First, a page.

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In his 1983 book, Frames of Mind, Dr. Howard Gardner first proposed the Multiple Intelligences theory framework. The Harvard University professor theory states that people, even children, learn and think differently, and there are numerous ways intelligences can manifest. The main intelligences Dr. Gardner identified are linguistic, logical-mathematical, spatial, bodily kinesthetic, musical, interpersonal, intrapersonal, and naturalist. In Beijing, the Ivy Education group incorporates these elements into the various curricula including a bilingual aspect. We spoke to the people at Ivy Academy to share with us how they use this curriculum as a foundation.
What’s unique about the curriculum?
The aim of the curriculum is to customize teaching methods that focus on educating the children according to their individual abilities and needs in a dynamic, play-based, and supportive environment. The teaching plans are more student-centric than the traditional academic subjects.
How is it applied?
With a Multiple Intelligences-style curriculum, educational institutions use wide ranging approaches, exercises, and activities to try and reach all students. The theory is a building block since there isn’t a single preferred model and schools have adapted the eight intelligences to numbers or logic, pictures, words, natural, social interaction, music, and/or personal experience. Here’s an overview:
• Linguistic: The ability to use language to express what’s on our minds and to understand other people (e.g. word games, spelling, reading books, and looking at pictures)
• Logical-mathematical: The ability to think logically and to use and manipulate numbers, quantities, and operations (e.g. science experiments, math, Lego, and construction)
• Spatial: The ability to represent the spatial world in one’s mind (e.g. art and craft activities)
• Musical: The ability to perceive and understand patterns of sound as well as creating and communicating meaning from sound (e.g. playing instruments, listening to music, composition, singing)
• Bodily-kinesthetic: The ability to use fine and gross motor abilities (e.g. moving to music, playing dress-up, puppet shows)
• Interpersonal: The ability to understand people and relationships (e.g. team games and activities)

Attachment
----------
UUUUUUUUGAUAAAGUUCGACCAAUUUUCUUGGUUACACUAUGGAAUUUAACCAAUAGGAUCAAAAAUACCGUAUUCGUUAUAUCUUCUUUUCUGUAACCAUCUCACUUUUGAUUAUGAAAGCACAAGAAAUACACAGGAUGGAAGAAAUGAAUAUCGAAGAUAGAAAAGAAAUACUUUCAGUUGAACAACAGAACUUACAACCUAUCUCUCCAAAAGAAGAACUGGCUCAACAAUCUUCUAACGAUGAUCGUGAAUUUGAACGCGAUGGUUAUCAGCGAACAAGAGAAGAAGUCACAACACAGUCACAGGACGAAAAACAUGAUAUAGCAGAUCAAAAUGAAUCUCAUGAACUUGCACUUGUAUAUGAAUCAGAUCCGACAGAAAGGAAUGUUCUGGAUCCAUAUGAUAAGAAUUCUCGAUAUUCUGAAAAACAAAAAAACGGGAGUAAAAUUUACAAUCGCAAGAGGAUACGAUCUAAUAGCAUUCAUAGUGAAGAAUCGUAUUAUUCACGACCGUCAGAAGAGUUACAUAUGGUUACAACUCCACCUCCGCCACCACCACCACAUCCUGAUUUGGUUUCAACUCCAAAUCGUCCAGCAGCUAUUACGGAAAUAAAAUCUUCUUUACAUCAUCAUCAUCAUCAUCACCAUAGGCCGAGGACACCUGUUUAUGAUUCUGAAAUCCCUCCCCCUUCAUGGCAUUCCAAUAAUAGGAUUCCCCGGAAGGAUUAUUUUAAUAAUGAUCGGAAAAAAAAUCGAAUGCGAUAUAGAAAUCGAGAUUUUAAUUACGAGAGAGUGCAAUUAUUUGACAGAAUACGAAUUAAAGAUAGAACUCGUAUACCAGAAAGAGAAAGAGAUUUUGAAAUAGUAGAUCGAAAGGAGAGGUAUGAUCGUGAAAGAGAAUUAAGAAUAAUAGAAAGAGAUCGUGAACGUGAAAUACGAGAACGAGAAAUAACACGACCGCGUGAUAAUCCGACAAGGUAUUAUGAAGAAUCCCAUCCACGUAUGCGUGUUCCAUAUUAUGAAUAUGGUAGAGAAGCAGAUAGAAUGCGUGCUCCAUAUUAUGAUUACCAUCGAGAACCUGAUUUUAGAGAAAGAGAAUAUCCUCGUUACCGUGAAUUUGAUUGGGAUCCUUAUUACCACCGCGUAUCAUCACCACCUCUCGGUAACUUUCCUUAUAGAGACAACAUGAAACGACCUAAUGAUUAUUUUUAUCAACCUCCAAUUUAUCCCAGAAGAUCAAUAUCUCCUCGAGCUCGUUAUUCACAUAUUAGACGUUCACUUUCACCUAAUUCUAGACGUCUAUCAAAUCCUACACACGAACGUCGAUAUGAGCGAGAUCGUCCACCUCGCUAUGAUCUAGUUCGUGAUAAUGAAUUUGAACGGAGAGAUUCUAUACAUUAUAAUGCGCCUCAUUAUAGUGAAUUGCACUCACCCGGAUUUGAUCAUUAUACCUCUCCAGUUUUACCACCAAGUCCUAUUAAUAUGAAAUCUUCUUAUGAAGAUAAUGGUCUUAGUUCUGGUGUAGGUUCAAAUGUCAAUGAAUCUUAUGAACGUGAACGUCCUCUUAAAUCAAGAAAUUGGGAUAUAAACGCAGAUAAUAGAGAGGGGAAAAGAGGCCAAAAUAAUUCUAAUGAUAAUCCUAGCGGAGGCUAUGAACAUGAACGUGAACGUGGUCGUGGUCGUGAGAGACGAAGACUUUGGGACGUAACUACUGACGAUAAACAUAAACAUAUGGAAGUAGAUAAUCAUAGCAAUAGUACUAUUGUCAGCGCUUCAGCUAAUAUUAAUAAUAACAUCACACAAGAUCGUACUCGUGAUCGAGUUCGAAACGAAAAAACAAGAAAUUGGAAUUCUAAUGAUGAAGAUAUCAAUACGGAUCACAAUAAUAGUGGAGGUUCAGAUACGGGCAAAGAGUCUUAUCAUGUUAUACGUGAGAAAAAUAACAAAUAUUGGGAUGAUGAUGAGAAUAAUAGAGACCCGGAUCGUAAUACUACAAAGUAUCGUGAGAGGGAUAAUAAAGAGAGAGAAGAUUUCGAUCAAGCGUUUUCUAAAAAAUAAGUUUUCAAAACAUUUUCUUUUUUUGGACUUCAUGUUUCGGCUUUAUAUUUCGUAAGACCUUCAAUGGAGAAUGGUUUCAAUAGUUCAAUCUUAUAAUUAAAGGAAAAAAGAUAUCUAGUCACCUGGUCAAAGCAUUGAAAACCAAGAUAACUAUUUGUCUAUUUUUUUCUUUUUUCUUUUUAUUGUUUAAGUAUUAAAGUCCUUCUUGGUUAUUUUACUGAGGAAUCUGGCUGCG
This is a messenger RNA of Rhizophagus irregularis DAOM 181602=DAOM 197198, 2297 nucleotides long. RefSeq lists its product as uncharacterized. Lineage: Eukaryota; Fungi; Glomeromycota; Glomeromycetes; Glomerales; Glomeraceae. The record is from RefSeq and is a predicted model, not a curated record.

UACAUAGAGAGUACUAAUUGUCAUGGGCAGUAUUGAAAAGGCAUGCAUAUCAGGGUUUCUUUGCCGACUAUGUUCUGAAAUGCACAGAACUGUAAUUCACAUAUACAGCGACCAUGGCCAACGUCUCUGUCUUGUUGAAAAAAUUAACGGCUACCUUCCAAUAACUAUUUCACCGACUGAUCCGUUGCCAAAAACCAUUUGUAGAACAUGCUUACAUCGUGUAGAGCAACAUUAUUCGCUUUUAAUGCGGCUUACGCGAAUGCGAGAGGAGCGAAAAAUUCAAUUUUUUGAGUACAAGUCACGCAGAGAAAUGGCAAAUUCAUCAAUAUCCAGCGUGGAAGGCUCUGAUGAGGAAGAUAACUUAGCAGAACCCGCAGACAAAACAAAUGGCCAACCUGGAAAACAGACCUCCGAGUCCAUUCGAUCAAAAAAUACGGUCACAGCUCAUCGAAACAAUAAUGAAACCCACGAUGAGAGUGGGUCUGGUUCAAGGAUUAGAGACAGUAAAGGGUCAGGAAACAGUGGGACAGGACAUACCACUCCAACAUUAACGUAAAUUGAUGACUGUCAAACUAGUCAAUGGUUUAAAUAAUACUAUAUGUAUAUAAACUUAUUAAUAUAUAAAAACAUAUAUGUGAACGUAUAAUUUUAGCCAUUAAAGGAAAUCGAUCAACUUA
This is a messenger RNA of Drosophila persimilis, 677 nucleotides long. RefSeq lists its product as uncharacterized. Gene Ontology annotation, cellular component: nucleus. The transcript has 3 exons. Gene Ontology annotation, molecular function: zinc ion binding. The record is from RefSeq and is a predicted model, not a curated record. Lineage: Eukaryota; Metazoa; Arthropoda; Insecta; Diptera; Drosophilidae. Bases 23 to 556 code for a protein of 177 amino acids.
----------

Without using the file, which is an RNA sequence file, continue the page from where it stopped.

• Intrapersonal: The ability to understand oneself, one’s thoughts and feelings (e.g. working alone and independently)
• Naturalist: The ability to understand and work with the natural world and the environment (e.g. gardening, looking at insects)
How well does this education system prepare students for the real world?
Children are taught to become self-confident, to get along well with others, to be problem solvers, to make good choices, and to see themselves as children with good ideas – all of which are valuable life skills.
Where is it offered?
This curriculum can be found in schools around the world. This can mainly be found in kindergarten and elementary schools as a foundational learning implementation.
Curriculum Spotlight: The Dronet family moved to Beijing 3 years ago after having lived in Dubai and Shanghai. Marine, Sylvain, Joseph (age 4), and Rose (2.5) are French nationals. Both kids are strong linguistic learners, with Joseph fluent in English, Chinese, and French, while Rose has picked up English since starting school in September 2016. They moved to Beijing when Joseph was a year old, and the family recommends the Ivy Bilingual School at Orchid Garden.
Why did you choose Multiple Intelligence theory ?
Joseph started nursery when he was 19 months old as one of the youngest in the school, and we were amazed how quickly he learned English and Chinese. I have to say that we didn’t really choose the curriculum but found it very interesting for the development of our children. Ivy Group is also sharing with us every single step of our children’s progression on a weekly basis through a report and pictures. We love to witness their progression. It’s really impressive to realize how much they can learn in a few weeks